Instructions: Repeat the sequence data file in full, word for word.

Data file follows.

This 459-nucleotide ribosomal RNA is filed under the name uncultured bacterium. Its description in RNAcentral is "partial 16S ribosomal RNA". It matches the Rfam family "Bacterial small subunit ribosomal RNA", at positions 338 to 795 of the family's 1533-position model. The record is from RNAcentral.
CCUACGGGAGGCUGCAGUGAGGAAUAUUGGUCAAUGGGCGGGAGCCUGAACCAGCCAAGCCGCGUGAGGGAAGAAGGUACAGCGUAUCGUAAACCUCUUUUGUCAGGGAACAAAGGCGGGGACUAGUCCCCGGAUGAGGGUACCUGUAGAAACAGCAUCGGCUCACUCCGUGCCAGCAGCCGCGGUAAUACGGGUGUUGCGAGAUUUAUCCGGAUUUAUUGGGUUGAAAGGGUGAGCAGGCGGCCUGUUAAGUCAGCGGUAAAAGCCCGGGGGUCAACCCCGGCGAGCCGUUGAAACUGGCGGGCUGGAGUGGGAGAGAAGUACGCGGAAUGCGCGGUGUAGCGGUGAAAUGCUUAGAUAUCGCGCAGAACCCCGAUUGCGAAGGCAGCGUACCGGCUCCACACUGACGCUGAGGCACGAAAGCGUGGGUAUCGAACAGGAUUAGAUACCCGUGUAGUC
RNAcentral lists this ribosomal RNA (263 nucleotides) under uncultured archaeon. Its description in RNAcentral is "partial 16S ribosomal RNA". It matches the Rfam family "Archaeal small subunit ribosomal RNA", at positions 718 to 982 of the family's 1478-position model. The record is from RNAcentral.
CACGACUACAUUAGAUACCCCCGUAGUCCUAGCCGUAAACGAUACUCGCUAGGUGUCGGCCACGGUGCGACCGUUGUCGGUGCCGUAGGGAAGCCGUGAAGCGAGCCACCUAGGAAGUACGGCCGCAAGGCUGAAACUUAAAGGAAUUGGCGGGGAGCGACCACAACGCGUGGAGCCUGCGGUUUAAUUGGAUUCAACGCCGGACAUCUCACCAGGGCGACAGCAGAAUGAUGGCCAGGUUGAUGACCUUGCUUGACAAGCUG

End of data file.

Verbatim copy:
This 459-nucleotide ribosomal RNA is filed under the name uncultured bacterium. Its description in RNAcentral is "partial 16S ribosomal RNA". It matches the Rfam family "Bacterial small subunit ribosomal RNA", at positions 338 to 795 of the family's 1533-position model. The record is from RNAcentral.
CCUACGGGAGGCUGCAGUGAGGAAUAUUGGUCAAUGGGCGGGAGCCUGAACCAGCCAAGCCGCGUGAGGGAAGAAGGUACAGCGUAUCGUAAACCUCUUUUGUCAGGGAACAAAGGCGGGGACUAGUCCCCGGAUGAGGGUACCUGUAGAAACAGCAUCGGCUCACUCCGUGCCAGCAGCCGCGGUAAUACGGGUGUUGCGAGAUUUAUCCGGAUUUAUUGGGUUGAAAGGGUGAGCAGGCGGCCUGUUAAGUCAGCGGUAAAAGCCCGGGGGUCAACCCCGGCGAGCCGUUGAAACUGGCGGGCUGGAGUGGGAGAGAAGUACGCGGAAUGCGCGGUGUAGCGGUGAAAUGCUUAGAUAUCGCGCAGAACCCCGAUUGCGAAGGCAGCGUACCGGCUCCACACUGACGCUGAGGCACGAAAGCGUGGGUAUCGAACAGGAUUAGAUACCCGUGUAGUC
RNAcentral lists this ribosomal RNA (263 nucleotides) under uncultured archaeon. Its description in RNAcentral is "partial 16S ribosomal RNA". It matches the Rfam family "Archaeal small subunit ribosomal RNA", at positions 718 to 982 of the family's 1478-position model. The record is from RNAcentral.
CACGACUACAUUAGAUACCCCCGUAGUCCUAGCCGUAAACGAUACUCGCUAGGUGUCGGCCACGGUGCGACCGUUGUCGGUGCCGUAGGGAAGCCGUGAAGCGAGCCACCUAGGAAGUACGGCCGCAAGGCUGAAACUUAAAGGAAUUGGCGGGGAGCGACCACAACGCGUGGAGCCUGCGGUUUAAUUGGAUUCAACGCCGGACAUCUCACCAGGGCGACAGCAGAAUGAUGGCCAGGUUGAUGACCUUGCUUGACAAGCUG